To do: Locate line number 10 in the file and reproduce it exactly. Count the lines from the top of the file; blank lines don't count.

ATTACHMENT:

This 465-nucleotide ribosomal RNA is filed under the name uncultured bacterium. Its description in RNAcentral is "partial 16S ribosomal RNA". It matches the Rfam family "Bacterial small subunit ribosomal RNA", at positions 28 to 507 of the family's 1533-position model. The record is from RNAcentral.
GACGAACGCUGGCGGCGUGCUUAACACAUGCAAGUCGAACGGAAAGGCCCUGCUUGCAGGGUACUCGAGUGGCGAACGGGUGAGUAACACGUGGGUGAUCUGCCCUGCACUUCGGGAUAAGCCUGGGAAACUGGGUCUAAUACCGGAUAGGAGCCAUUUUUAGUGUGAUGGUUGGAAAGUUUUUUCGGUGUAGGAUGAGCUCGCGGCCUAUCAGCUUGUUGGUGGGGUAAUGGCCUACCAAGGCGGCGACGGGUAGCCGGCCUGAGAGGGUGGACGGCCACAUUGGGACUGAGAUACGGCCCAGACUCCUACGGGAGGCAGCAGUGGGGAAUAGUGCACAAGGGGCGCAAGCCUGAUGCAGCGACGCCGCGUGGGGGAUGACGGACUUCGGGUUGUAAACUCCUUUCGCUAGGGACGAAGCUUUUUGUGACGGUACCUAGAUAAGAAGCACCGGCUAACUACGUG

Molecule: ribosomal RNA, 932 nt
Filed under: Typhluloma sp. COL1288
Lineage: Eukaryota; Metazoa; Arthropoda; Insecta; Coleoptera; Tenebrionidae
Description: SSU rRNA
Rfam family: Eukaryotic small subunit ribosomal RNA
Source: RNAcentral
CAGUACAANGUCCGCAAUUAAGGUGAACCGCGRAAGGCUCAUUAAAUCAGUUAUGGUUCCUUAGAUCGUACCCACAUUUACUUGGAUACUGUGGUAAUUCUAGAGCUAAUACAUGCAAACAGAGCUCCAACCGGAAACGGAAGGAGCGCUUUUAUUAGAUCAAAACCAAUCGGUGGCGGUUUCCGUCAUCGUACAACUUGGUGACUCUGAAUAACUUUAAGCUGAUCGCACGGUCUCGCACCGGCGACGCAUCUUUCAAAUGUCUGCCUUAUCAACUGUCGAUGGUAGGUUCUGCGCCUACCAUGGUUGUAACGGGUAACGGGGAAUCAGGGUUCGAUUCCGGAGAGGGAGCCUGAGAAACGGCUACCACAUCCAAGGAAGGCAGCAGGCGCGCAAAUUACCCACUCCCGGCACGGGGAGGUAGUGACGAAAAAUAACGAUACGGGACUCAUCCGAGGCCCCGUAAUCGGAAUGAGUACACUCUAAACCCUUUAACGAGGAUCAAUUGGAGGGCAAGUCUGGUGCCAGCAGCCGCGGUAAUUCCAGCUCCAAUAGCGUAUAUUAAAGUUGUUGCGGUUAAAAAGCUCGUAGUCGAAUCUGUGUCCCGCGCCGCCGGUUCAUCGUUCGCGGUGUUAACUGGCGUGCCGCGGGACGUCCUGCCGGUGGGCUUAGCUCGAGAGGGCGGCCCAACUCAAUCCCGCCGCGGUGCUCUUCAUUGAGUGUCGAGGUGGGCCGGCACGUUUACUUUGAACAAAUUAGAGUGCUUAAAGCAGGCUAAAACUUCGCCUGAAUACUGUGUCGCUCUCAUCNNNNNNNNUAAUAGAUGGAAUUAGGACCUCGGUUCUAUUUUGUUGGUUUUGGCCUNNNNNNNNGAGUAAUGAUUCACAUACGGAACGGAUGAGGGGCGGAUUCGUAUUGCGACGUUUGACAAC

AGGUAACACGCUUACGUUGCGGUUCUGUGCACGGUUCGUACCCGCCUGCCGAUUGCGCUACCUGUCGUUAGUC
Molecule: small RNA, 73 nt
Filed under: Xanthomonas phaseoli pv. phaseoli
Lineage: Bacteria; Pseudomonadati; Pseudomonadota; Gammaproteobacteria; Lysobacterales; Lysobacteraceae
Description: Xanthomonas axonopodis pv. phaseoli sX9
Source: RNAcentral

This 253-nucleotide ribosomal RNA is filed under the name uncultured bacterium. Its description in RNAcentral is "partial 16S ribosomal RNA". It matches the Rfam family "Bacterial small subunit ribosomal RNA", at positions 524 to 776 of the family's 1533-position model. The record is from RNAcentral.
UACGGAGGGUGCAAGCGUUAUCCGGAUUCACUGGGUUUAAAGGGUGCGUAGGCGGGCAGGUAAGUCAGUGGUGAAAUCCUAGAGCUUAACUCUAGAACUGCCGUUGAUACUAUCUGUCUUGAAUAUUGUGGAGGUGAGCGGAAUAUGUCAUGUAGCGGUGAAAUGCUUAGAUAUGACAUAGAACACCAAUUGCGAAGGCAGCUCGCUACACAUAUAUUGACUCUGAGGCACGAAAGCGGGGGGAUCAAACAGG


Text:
AGGUAACACGCUUACGUUGCGGUUCUGUGCACGGUUCGUACCCGCCUGCCGAUUGCGCUACCUGUCGUUAGUC